Climate change is a global problem, but officials have begun work on an initiative to help solve the crisis from within Stoughton’s city limits.
Ald. Ben Heili (Dist. 4), in the midst of his first term, is spearheading a sustainability initiative in the city government along with Ald. Regina Hirsch (Dist. 3), Jean Ligocki (Dist. 2) and Brett Schumacher (Dist. 1). Heili said addressing climate change at the local level was one of his top priorities when he joined the council.
“Several other cities have been putting forward local “green new deal” plans, and I hope what we’re working on ends up with a similar set of solutions that go as far as a small city government can,” he wrote the Hub in an email.
At a meeting of the Community Affairs and Council Policy committee on Tuesday, Dec. 3, the group took initial steps toward a plan Heili says will include setting aggressive renewable energy targets for Stoughton Utilities.
Corey Neely of WPPI Energy, an electric co-op serving Stoughton, spoke to the committee on some of the ways the city could reach future carbon emission reduction targets.
One of the options Neely presented was purchasing of renewable energy credits for the city. That means that where the resources are not available to produce renewable energy nearby, the city would pay for renewable energy elsewhere to offset the emissions produced by dirtier local sources.
Neely said this is how many cities that have set targets such as 100 percent renewable energy by 2030 intend to achieve their goals.
“In theory it sounds great, but you really can’t put enough solar on roofs to do that,” Neely said.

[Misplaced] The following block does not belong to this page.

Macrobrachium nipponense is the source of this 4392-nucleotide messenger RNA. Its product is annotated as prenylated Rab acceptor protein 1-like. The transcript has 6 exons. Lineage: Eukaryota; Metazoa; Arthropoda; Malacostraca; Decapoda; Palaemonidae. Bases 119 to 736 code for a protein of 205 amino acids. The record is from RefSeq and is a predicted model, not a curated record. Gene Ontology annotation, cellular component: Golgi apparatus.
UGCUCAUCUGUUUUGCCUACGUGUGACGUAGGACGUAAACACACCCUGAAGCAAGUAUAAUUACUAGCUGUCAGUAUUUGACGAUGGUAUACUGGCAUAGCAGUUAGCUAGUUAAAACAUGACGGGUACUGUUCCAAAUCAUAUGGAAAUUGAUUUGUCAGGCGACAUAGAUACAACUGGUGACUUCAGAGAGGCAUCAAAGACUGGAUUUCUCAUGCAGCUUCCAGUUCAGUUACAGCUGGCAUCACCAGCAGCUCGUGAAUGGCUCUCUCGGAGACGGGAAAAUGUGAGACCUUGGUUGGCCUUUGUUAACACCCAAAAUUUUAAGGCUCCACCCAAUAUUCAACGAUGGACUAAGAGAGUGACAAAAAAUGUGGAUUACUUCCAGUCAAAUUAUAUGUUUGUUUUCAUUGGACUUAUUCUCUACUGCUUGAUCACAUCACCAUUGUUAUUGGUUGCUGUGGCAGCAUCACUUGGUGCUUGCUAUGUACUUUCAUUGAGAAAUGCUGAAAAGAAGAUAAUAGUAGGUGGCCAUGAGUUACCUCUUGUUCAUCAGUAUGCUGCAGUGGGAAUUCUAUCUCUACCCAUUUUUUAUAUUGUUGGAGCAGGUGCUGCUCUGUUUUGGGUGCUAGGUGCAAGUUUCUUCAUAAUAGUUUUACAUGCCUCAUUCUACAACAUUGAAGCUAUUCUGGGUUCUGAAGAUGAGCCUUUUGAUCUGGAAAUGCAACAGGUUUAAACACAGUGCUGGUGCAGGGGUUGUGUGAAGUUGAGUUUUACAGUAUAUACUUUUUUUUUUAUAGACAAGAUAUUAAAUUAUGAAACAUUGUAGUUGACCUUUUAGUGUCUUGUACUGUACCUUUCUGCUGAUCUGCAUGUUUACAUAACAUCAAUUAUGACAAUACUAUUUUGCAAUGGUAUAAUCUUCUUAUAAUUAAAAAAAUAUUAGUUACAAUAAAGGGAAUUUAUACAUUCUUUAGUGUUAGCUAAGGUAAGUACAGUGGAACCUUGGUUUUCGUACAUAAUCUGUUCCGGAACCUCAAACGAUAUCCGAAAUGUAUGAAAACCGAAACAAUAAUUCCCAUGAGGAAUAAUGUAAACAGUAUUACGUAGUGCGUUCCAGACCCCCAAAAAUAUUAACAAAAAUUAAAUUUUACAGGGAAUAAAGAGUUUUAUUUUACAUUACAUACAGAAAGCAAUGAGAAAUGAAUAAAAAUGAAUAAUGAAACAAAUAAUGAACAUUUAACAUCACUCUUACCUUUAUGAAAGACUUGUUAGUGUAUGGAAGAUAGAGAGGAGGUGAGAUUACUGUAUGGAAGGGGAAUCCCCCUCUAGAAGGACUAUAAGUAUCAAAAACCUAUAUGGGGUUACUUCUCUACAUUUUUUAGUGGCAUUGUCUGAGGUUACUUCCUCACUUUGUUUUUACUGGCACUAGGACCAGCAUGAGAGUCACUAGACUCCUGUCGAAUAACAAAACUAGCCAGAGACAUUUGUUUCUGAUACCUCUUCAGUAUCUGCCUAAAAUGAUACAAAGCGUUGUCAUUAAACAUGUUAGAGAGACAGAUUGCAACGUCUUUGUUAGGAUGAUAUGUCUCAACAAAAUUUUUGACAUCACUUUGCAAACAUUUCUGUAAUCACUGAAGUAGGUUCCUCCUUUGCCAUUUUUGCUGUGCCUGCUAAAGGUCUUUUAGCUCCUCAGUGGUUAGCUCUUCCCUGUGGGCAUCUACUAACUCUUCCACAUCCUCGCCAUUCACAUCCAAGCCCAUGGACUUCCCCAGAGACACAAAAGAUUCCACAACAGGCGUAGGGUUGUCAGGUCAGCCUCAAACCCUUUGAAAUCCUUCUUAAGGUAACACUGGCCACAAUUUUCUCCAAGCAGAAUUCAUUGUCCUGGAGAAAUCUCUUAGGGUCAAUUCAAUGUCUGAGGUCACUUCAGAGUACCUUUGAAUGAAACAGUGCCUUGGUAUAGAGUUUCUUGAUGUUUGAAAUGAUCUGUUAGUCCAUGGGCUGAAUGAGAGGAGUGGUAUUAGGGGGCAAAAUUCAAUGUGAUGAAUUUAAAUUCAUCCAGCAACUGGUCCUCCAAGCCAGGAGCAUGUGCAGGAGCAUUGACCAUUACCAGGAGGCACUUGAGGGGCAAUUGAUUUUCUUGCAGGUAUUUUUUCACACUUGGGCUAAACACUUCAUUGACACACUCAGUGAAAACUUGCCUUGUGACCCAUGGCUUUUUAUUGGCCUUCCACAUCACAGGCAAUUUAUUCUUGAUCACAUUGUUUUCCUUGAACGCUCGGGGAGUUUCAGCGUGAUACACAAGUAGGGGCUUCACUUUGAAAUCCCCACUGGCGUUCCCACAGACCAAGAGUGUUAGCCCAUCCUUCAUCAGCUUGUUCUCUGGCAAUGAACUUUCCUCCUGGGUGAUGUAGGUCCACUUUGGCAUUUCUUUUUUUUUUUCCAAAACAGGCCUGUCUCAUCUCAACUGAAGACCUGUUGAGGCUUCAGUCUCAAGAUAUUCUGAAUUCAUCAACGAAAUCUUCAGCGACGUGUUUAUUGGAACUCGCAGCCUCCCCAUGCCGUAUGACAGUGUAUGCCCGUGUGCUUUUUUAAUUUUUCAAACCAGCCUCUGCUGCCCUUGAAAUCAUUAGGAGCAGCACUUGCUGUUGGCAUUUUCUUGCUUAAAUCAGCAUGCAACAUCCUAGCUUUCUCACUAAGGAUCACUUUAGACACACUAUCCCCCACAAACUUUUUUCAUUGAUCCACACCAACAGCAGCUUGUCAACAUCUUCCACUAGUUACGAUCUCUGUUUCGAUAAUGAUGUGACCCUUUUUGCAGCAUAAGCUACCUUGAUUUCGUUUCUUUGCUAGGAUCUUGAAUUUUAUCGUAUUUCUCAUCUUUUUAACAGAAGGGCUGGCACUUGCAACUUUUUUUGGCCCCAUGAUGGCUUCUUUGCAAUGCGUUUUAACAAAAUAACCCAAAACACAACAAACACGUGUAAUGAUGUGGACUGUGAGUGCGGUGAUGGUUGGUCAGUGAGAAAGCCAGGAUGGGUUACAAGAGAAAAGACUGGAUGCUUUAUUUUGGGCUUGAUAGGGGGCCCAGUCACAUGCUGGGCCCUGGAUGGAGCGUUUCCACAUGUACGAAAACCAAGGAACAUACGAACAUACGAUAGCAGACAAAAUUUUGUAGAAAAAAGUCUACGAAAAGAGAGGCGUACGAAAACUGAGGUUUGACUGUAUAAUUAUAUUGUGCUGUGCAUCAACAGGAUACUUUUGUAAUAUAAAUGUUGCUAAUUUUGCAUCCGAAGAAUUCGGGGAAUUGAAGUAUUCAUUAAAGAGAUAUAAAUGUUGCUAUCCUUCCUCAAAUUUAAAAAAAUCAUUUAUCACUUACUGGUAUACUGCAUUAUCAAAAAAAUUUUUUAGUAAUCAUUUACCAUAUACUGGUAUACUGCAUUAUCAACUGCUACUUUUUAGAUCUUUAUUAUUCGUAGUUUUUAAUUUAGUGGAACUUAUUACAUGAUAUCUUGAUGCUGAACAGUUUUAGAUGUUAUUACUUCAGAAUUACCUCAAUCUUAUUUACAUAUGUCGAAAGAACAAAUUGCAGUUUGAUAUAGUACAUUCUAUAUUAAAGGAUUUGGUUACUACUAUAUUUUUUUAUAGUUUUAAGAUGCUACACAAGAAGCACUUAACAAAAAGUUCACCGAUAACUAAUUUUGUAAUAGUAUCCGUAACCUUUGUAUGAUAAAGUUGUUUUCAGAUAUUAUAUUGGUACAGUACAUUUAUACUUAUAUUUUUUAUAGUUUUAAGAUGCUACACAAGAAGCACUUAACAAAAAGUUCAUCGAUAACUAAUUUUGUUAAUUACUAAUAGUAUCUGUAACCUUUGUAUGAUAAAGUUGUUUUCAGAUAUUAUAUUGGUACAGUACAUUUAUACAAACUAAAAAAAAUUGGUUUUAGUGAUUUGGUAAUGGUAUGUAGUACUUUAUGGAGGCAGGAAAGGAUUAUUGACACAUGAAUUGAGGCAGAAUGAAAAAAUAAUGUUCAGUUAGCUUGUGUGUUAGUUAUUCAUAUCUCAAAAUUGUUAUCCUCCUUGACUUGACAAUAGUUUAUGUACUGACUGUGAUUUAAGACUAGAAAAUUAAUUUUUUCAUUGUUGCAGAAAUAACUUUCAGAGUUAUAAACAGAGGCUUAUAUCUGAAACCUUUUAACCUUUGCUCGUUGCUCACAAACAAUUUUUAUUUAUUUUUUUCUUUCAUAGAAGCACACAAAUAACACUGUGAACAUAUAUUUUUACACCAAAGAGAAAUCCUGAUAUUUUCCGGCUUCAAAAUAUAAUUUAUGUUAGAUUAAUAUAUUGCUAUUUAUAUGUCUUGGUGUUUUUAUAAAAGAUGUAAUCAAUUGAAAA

Once purchased the credits, Neely said “There has to be output somewhere, so it spurs the growth of renewable energy.”
The good news, Neely said, is that renewable energy is getting less expensive, and WPPI is expecting the program to be cheaper next year.
But he said the city will need to decide on its target and make a financial commitment.
Heili said other projects the city could work on involve reviewing building and efficiency standards, and looking for planning and zoning solutions that could help use infrastructure more efficiently.
“It’s the things you look at on any building,” Heili said, giving as examples the insulation of the Stoughton Opera House or adding more solar arrays to the roofs of buildings such as the Public Works building.
And while the council is largely in agreement on the urgency of municipal action on climate change, Heili does not want the initiative to come from the top down.
“We’re looking for input and allies from the community,” he said, adding that he has already been knocking on doors in the community to talk about the initiative.
Heili acknowledged that to effectively tackle climate change, however, local work needs to be interwoven with national and international efforts.
“No city government has the resources to do that on its own,” Heili said. He said in an ideal world, there would be funding from all the way up to the federal level for municipalities to address climate change, but in the absence of that funding, he’s looking for ways the city can get creative.
“We’re not representing the people of Stoughton if we ignore this,” Heili said.